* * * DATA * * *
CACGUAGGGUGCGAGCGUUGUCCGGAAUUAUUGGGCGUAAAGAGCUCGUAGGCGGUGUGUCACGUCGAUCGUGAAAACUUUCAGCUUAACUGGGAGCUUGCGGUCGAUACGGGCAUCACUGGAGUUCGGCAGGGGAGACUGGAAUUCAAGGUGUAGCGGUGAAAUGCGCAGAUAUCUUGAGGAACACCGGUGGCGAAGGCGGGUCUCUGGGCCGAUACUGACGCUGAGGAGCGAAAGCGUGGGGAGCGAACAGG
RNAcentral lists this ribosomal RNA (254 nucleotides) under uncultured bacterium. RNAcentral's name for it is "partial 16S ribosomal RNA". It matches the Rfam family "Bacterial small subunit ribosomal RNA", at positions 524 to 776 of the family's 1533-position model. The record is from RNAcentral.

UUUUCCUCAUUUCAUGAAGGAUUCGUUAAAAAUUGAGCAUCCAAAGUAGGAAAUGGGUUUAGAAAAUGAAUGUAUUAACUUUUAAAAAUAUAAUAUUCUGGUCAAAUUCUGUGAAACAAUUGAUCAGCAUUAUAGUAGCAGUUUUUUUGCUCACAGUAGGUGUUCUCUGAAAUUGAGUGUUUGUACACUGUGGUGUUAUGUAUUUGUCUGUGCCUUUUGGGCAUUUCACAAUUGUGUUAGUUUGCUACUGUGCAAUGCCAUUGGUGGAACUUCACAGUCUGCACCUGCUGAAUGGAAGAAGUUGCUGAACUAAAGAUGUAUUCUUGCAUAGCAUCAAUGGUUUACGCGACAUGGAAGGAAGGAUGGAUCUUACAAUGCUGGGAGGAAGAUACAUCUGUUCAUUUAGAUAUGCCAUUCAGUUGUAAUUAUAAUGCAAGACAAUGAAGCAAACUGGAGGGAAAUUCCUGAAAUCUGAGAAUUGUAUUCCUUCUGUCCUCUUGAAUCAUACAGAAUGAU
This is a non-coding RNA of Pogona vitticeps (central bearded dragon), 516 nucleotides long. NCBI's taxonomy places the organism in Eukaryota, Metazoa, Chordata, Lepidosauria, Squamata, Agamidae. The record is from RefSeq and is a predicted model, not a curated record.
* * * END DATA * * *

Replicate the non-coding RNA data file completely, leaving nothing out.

CACGUAGGGUGCGAGCGUUGUCCGGAAUUAUUGGGCGUAAAGAGCUCGUAGGCGGUGUGUCACGUCGAUCGUGAAAACUUUCAGCUUAACUGGGAGCUUGCGGUCGAUACGGGCAUCACUGGAGUUCGGCAGGGGAGACUGGAAUUCAAGGUGUAGCGGUGAAAUGCGCAGAUAUCUUGAGGAACACCGGUGGCGAAGGCGGGUCUCUGGGCCGAUACUGACGCUGAGGAGCGAAAGCGUGGGGAGCGAACAGG
RNAcentral lists this ribosomal RNA (254 nucleotides) under uncultured bacterium. RNAcentral's name for it is "partial 16S ribosomal RNA". It matches the Rfam family "Bacterial small subunit ribosomal RNA", at positions 524 to 776 of the family's 1533-position model. The record is from RNAcentral.

UUUUCCUCAUUUCAUGAAGGAUUCGUUAAAAAUUGAGCAUCCAAAGUAGGAAAUGGGUUUAGAAAAUGAAUGUAUUAACUUUUAAAAAUAUAAUAUUCUGGUCAAAUUCUGUGAAACAAUUGAUCAGCAUUAUAGUAGCAGUUUUUUUGCUCACAGUAGGUGUUCUCUGAAAUUGAGUGUUUGUACACUGUGGUGUUAUGUAUUUGUCUGUGCCUUUUGGGCAUUUCACAAUUGUGUUAGUUUGCUACUGUGCAAUGCCAUUGGUGGAACUUCACAGUCUGCACCUGCUGAAUGGAAGAAGUUGCUGAACUAAAGAUGUAUUCUUGCAUAGCAUCAAUGGUUUACGCGACAUGGAAGGAAGGAUGGAUCUUACAAUGCUGGGAGGAAGAUACAUCUGUUCAUUUAGAUAUGCCAUUCAGUUGUAAUUAUAAUGCAAGACAAUGAAGCAAACUGGAGGGAAAUUCCUGAAAUCUGAGAAUUGUAUUCCUUCUGUCCUCUUGAAUCAUACAGAAUGAU
This is a non-coding RNA of Pogona vitticeps (central bearded dragon), 516 nucleotides long. NCBI's taxonomy places the organism in Eukaryota, Metazoa, Chordata, Lepidosauria, Squamata, Agamidae. The record is from RefSeq and is a predicted model, not a curated record.